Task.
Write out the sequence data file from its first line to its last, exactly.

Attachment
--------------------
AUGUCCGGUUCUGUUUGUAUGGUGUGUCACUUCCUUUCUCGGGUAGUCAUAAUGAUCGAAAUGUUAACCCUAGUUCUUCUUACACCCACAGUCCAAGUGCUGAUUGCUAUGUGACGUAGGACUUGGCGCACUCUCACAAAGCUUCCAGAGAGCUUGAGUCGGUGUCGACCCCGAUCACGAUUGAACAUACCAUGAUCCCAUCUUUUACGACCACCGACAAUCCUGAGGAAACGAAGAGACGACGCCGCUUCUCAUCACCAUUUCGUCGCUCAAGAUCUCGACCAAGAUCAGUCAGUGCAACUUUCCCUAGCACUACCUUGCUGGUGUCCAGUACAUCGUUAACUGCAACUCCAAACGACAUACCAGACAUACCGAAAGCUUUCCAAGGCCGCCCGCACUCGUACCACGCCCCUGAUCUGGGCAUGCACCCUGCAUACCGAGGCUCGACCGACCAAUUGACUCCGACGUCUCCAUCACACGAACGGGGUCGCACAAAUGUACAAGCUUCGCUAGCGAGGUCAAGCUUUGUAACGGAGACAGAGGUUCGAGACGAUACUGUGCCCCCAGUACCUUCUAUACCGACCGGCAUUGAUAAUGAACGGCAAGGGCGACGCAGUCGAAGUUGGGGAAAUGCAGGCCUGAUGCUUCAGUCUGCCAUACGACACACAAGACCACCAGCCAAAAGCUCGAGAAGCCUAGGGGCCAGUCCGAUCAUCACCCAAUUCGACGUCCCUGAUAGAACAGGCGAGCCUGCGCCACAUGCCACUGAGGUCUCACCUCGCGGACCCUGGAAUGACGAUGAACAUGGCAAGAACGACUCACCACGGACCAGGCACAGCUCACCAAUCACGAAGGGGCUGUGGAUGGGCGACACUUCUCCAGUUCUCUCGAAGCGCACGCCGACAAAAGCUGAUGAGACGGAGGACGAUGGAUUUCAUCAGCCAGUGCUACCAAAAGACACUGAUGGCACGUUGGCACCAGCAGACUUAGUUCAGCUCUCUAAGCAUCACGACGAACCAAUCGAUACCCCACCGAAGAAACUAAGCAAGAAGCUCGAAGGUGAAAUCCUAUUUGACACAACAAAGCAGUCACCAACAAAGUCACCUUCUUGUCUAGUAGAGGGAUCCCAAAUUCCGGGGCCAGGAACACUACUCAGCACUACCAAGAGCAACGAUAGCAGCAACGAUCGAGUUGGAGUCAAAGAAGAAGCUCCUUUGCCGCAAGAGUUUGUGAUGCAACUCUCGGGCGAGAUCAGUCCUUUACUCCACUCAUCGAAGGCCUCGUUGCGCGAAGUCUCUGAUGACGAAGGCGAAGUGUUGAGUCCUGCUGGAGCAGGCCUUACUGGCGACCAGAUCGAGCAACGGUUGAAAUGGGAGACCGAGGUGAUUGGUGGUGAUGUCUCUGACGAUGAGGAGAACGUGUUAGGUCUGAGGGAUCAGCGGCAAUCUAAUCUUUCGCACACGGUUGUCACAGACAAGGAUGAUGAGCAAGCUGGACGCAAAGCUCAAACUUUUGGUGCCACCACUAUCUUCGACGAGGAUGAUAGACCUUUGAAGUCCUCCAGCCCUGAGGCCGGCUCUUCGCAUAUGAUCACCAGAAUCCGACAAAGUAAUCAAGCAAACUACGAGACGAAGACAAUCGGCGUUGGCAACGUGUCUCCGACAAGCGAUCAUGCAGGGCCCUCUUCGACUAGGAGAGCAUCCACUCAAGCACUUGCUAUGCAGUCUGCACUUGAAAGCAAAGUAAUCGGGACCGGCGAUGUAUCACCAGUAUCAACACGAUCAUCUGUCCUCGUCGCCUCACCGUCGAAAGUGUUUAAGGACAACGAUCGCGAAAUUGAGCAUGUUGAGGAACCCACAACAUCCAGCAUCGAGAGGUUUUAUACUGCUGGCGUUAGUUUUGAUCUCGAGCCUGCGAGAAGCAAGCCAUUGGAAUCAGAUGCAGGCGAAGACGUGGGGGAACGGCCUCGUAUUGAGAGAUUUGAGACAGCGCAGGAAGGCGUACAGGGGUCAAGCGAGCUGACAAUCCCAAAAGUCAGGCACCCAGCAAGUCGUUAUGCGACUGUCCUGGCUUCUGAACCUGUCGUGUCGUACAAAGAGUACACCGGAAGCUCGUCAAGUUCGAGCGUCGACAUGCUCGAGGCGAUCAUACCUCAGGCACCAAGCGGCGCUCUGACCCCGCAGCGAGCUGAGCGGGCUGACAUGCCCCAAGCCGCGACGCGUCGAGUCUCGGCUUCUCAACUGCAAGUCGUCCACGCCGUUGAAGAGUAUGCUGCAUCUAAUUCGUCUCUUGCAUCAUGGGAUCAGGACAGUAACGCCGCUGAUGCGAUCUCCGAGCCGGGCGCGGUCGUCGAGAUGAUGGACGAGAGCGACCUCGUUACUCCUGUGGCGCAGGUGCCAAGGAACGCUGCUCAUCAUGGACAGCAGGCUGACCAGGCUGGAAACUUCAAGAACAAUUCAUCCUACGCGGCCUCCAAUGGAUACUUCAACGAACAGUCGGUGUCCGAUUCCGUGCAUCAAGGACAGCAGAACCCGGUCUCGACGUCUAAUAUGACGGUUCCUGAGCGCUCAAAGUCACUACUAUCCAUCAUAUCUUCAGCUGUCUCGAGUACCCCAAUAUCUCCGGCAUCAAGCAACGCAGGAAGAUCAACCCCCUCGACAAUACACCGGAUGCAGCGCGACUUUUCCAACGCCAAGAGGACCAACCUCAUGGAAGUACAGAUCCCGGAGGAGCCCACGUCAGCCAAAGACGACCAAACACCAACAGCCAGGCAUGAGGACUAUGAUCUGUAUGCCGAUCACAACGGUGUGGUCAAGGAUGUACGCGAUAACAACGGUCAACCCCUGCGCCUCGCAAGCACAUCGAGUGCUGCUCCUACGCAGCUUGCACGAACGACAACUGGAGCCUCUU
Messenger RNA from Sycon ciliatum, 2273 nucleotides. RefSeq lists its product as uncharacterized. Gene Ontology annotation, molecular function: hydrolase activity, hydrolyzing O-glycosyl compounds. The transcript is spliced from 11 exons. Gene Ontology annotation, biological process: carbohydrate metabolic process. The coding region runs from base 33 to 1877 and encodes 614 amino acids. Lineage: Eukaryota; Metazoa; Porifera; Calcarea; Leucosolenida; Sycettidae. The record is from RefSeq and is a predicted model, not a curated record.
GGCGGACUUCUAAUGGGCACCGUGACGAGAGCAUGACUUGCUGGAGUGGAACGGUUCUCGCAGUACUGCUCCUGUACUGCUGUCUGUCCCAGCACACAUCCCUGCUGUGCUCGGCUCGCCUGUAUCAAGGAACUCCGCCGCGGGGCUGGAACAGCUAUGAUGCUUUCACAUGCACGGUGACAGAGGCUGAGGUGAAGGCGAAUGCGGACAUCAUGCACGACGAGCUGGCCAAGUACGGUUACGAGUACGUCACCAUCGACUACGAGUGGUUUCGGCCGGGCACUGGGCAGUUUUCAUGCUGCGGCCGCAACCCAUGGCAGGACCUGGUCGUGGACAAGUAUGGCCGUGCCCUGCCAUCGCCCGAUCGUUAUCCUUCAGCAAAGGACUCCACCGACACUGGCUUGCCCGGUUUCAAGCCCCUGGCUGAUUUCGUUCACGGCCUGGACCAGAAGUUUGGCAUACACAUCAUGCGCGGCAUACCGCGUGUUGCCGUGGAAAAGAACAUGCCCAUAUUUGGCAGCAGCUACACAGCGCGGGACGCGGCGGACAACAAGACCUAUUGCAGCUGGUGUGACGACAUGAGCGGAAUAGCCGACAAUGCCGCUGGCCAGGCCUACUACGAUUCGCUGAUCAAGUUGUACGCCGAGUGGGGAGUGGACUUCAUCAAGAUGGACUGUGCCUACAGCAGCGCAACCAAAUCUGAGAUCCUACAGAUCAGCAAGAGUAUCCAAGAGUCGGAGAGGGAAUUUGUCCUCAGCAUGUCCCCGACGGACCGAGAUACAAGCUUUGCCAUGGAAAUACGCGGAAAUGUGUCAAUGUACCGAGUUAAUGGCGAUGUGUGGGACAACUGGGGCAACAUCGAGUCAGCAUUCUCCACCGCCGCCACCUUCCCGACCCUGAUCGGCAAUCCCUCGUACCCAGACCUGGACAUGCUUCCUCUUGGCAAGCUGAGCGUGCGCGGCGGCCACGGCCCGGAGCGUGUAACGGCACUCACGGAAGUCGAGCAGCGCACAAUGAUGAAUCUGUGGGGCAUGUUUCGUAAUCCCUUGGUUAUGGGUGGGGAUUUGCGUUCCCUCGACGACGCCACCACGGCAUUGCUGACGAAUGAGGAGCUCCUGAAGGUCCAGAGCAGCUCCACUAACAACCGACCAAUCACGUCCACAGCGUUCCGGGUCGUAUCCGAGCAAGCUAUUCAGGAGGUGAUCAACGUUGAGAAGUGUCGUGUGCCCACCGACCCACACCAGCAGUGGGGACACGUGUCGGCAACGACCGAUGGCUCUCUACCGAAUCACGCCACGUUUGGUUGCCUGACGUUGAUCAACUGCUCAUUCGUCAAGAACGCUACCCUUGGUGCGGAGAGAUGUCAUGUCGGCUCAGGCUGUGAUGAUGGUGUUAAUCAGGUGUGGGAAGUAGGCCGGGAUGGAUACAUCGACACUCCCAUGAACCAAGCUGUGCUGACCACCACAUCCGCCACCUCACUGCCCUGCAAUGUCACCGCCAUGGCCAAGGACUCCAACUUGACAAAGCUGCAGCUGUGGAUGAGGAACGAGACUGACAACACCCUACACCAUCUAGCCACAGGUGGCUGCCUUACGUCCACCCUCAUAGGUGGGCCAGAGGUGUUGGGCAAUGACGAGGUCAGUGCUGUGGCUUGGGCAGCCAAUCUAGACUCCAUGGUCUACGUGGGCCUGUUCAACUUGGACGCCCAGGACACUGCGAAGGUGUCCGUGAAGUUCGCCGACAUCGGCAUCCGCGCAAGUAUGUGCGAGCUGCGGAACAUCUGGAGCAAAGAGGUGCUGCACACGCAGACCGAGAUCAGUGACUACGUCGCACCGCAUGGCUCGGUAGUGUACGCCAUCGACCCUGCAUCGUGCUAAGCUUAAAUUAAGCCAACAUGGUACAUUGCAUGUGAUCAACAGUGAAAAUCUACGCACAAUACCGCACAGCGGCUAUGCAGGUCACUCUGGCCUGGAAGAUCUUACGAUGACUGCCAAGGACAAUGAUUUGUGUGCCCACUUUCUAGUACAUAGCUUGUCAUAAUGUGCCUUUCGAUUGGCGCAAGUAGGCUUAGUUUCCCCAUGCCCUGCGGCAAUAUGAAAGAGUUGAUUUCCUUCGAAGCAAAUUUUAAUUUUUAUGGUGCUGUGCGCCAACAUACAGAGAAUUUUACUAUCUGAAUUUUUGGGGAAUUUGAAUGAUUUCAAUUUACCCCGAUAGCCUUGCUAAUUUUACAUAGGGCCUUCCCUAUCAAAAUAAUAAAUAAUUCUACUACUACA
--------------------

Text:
AUGUCCGGUUCUGUUUGUAUGGUGUGUCACUUCCUUUCUCGGGUAGUCAUAAUGAUCGAAAUGUUAACCCUAGUUCUUCUUACACCCACAGUCCAAGUGCUGAUUGCUAUGUGACGUAGGACUUGGCGCACUCUCACAAAGCUUCCAGAGAGCUUGAGUCGGUGUCGACCCCGAUCACGAUUGAACAUACCAUGAUCCCAUCUUUUACGACCACCGACAAUCCUGAGGAAACGAAGAGACGACGCCGCUUCUCAUCACCAUUUCGUCGCUCAAGAUCUCGACCAAGAUCAGUCAGUGCAACUUUCCCUAGCACUACCUUGCUGGUGUCCAGUACAUCGUUAACUGCAACUCCAAACGACAUACCAGACAUACCGAAAGCUUUCCAAGGCCGCCCGCACUCGUACCACGCCCCUGAUCUGGGCAUGCACCCUGCAUACCGAGGCUCGACCGACCAAUUGACUCCGACGUCUCCAUCACACGAACGGGGUCGCACAAAUGUACAAGCUUCGCUAGCGAGGUCAAGCUUUGUAACGGAGACAGAGGUUCGAGACGAUACUGUGCCCCCAGUACCUUCUAUACCGACCGGCAUUGAUAAUGAACGGCAAGGGCGACGCAGUCGAAGUUGGGGAAAUGCAGGCCUGAUGCUUCAGUCUGCCAUACGACACACAAGACCACCAGCCAAAAGCUCGAGAAGCCUAGGGGCCAGUCCGAUCAUCACCCAAUUCGACGUCCCUGAUAGAACAGGCGAGCCUGCGCCACAUGCCACUGAGGUCUCACCUCGCGGACCCUGGAAUGACGAUGAACAUGGCAAGAACGACUCACCACGGACCAGGCACAGCUCACCAAUCACGAAGGGGCUGUGGAUGGGCGACACUUCUCCAGUUCUCUCGAAGCGCACGCCGACAAAAGCUGAUGAGACGGAGGACGAUGGAUUUCAUCAGCCAGUGCUACCAAAAGACACUGAUGGCACGUUGGCACCAGCAGACUUAGUUCAGCUCUCUAAGCAUCACGACGAACCAAUCGAUACCCCACCGAAGAAACUAAGCAAGAAGCUCGAAGGUGAAAUCCUAUUUGACACAACAAAGCAGUCACCAACAAAGUCACCUUCUUGUCUAGUAGAGGGAUCCCAAAUUCCGGGGCCAGGAACACUACUCAGCACUACCAAGAGCAACGAUAGCAGCAACGAUCGAGUUGGAGUCAAAGAAGAAGCUCCUUUGCCGCAAGAGUUUGUGAUGCAACUCUCGGGCGAGAUCAGUCCUUUACUCCACUCAUCGAAGGCCUCGUUGCGCGAAGUCUCUGAUGACGAAGGCGAAGUGUUGAGUCCUGCUGGAGCAGGCCUUACUGGCGACCAGAUCGAGCAACGGUUGAAAUGGGAGACCGAGGUGAUUGGUGGUGAUGUCUCUGACGAUGAGGAGAACGUGUUAGGUCUGAGGGAUCAGCGGCAAUCUAAUCUUUCGCACACGGUUGUCACAGACAAGGAUGAUGAGCAAGCUGGACGCAAAGCUCAAACUUUUGGUGCCACCACUAUCUUCGACGAGGAUGAUAGACCUUUGAAGUCCUCCAGCCCUGAGGCCGGCUCUUCGCAUAUGAUCACCAGAAUCCGACAAAGUAAUCAAGCAAACUACGAGACGAAGACAAUCGGCGUUGGCAACGUGUCUCCGACAAGCGAUCAUGCAGGGCCCUCUUCGACUAGGAGAGCAUCCACUCAAGCACUUGCUAUGCAGUCUGCACUUGAAAGCAAAGUAAUCGGGACCGGCGAUGUAUCACCAGUAUCAACACGAUCAUCUGUCCUCGUCGCCUCACCGUCGAAAGUGUUUAAGGACAACGAUCGCGAAAUUGAGCAUGUUGAGGAACCCACAACAUCCAGCAUCGAGAGGUUUUAUACUGCUGGCGUUAGUUUUGAUCUCGAGCCUGCGAGAAGCAAGCCAUUGGAAUCAGAUGCAGGCGAAGACGUGGGGGAACGGCCUCGUAUUGAGAGAUUUGAGACAGCGCAGGAAGGCGUACAGGGGUCAAGCGAGCUGACAAUCCCAAAAGUCAGGCACCCAGCAAGUCGUUAUGCGACUGUCCUGGCUUCUGAACCUGUCGUGUCGUACAAAGAGUACACCGGAAGCUCGUCAAGUUCGAGCGUCGACAUGCUCGAGGCGAUCAUACCUCAGGCACCAAGCGGCGCUCUGACCCCGCAGCGAGCUGAGCGGGCUGACAUGCCCCAAGCCGCGACGCGUCGAGUCUCGGCUUCUCAACUGCAAGUCGUCCACGCCGUUGAAGAGUAUGCUGCAUCUAAUUCGUCUCUUGCAUCAUGGGAUCAGGACAGUAACGCCGCUGAUGCGAUCUCCGAGCCGGGCGCGGUCGUCGAGAUGAUGGACGAGAGCGACCUCGUUACUCCUGUGGCGCAGGUGCCAAGGAACGCUGCUCAUCAUGGACAGCAGGCUGACCAGGCUGGAAACUUCAAGAACAAUUCAUCCUACGCGGCCUCCAAUGGAUACUUCAACGAACAGUCGGUGUCCGAUUCCGUGCAUCAAGGACAGCAGAACCCGGUCUCGACGUCUAAUAUGACGGUUCCUGAGCGCUCAAAGUCACUACUAUCCAUCAUAUCUUCAGCUGUCUCGAGUACCCCAAUAUCUCCGGCAUCAAGCAACGCAGGAAGAUCAACCCCCUCGACAAUACACCGGAUGCAGCGCGACUUUUCCAACGCCAAGAGGACCAACCUCAUGGAAGUACAGAUCCCGGAGGAGCCCACGUCAGCCAAAGACGACCAAACACCAACAGCCAGGCAUGAGGACUAUGAUCUGUAUGCCGAUCACAACGGUGUGGUCAAGGAUGUACGCGAUAACAACGGUCAACCCCUGCGCCUCGCAAGCACAUCGAGUGCUGCUCCUACGCAGCUUGCACGAACGACAACUGGAGCCUCUU
Messenger RNA from Sycon ciliatum, 2273 nucleotides. RefSeq lists its product as uncharacterized. Gene Ontology annotation, molecular function: hydrolase activity, hydrolyzing O-glycosyl compounds. The transcript is spliced from 11 exons. Gene Ontology annotation, biological process: carbohydrate metabolic process. The coding region runs from base 33 to 1877 and encodes 614 amino acids. Lineage: Eukaryota; Metazoa; Porifera; Calcarea; Leucosolenida; Sycettidae. The record is from RefSeq and is a predicted model, not a curated record.
GGCGGACUUCUAAUGGGCACCGUGACGAGAGCAUGACUUGCUGGAGUGGAACGGUUCUCGCAGUACUGCUCCUGUACUGCUGUCUGUCCCAGCACACAUCCCUGCUGUGCUCGGCUCGCCUGUAUCAAGGAACUCCGCCGCGGGGCUGGAACAGCUAUGAUGCUUUCACAUGCACGGUGACAGAGGCUGAGGUGAAGGCGAAUGCGGACAUCAUGCACGACGAGCUGGCCAAGUACGGUUACGAGUACGUCACCAUCGACUACGAGUGGUUUCGGCCGGGCACUGGGCAGUUUUCAUGCUGCGGCCGCAACCCAUGGCAGGACCUGGUCGUGGACAAGUAUGGCCGUGCCCUGCCAUCGCCCGAUCGUUAUCCUUCAGCAAAGGACUCCACCGACACUGGCUUGCCCGGUUUCAAGCCCCUGGCUGAUUUCGUUCACGGCCUGGACCAGAAGUUUGGCAUACACAUCAUGCGCGGCAUACCGCGUGUUGCCGUGGAAAAGAACAUGCCCAUAUUUGGCAGCAGCUACACAGCGCGGGACGCGGCGGACAACAAGACCUAUUGCAGCUGGUGUGACGACAUGAGCGGAAUAGCCGACAAUGCCGCUGGCCAGGCCUACUACGAUUCGCUGAUCAAGUUGUACGCCGAGUGGGGAGUGGACUUCAUCAAGAUGGACUGUGCCUACAGCAGCGCAACCAAAUCUGAGAUCCUACAGAUCAGCAAGAGUAUCCAAGAGUCGGAGAGGGAAUUUGUCCUCAGCAUGUCCCCGACGGACCGAGAUACAAGCUUUGCCAUGGAAAUACGCGGAAAUGUGUCAAUGUACCGAGUUAAUGGCGAUGUGUGGGACAACUGGGGCAACAUCGAGUCAGCAUUCUCCACCGCCGCCACCUUCCCGACCCUGAUCGGCAAUCCCUCGUACCCAGACCUGGACAUGCUUCCUCUUGGCAAGCUGAGCGUGCGCGGCGGCCACGGCCCGGAGCGUGUAACGGCACUCACGGAAGUCGAGCAGCGCACAAUGAUGAAUCUGUGGGGCAUGUUUCGUAAUCCCUUGGUUAUGGGUGGGGAUUUGCGUUCCCUCGACGACGCCACCACGGCAUUGCUGACGAAUGAGGAGCUCCUGAAGGUCCAGAGCAGCUCCACUAACAACCGACCAAUCACGUCCACAGCGUUCCGGGUCGUAUCCGAGCAAGCUAUUCAGGAGGUGAUCAACGUUGAGAAGUGUCGUGUGCCCACCGACCCACACCAGCAGUGGGGACACGUGUCGGCAACGACCGAUGGCUCUCUACCGAAUCACGCCACGUUUGGUUGCCUGACGUUGAUCAACUGCUCAUUCGUCAAGAACGCUACCCUUGGUGCGGAGAGAUGUCAUGUCGGCUCAGGCUGUGAUGAUGGUGUUAAUCAGGUGUGGGAAGUAGGCCGGGAUGGAUACAUCGACACUCCCAUGAACCAAGCUGUGCUGACCACCACAUCCGCCACCUCACUGCCCUGCAAUGUCACCGCCAUGGCCAAGGACUCCAACUUGACAAAGCUGCAGCUGUGGAUGAGGAACGAGACUGACAACACCCUACACCAUCUAGCCACAGGUGGCUGCCUUACGUCCACCCUCAUAGGUGGGCCAGAGGUGUUGGGCAAUGACGAGGUCAGUGCUGUGGCUUGGGCAGCCAAUCUAGACUCCAUGGUCUACGUGGGCCUGUUCAACUUGGACGCCCAGGACACUGCGAAGGUGUCCGUGAAGUUCGCCGACAUCGGCAUCCGCGCAAGUAUGUGCGAGCUGCGGAACAUCUGGAGCAAAGAGGUGCUGCACACGCAGACCGAGAUCAGUGACUACGUCGCACCGCAUGGCUCGGUAGUGUACGCCAUCGACCCUGCAUCGUGCUAAGCUUAAAUUAAGCCAACAUGGUACAUUGCAUGUGAUCAACAGUGAAAAUCUACGCACAAUACCGCACAGCGGCUAUGCAGGUCACUCUGGCCUGGAAGAUCUUACGAUGACUGCCAAGGACAAUGAUUUGUGUGCCCACUUUCUAGUACAUAGCUUGUCAUAAUGUGCCUUUCGAUUGGCGCAAGUAGGCUUAGUUUCCCCAUGCCCUGCGGCAAUAUGAAAGAGUUGAUUUCCUUCGAAGCAAAUUUUAAUUUUUAUGGUGCUGUGCGCCAACAUACAGAGAAUUUUACUAUCUGAAUUUUUGGGGAAUUUGAAUGAUUUCAAUUUACCCCGAUAGCCUUGCUAAUUUUACAUAGGGCCUUCCCUAUCAAAAUAAUAAAUAAUUCUACUACUACA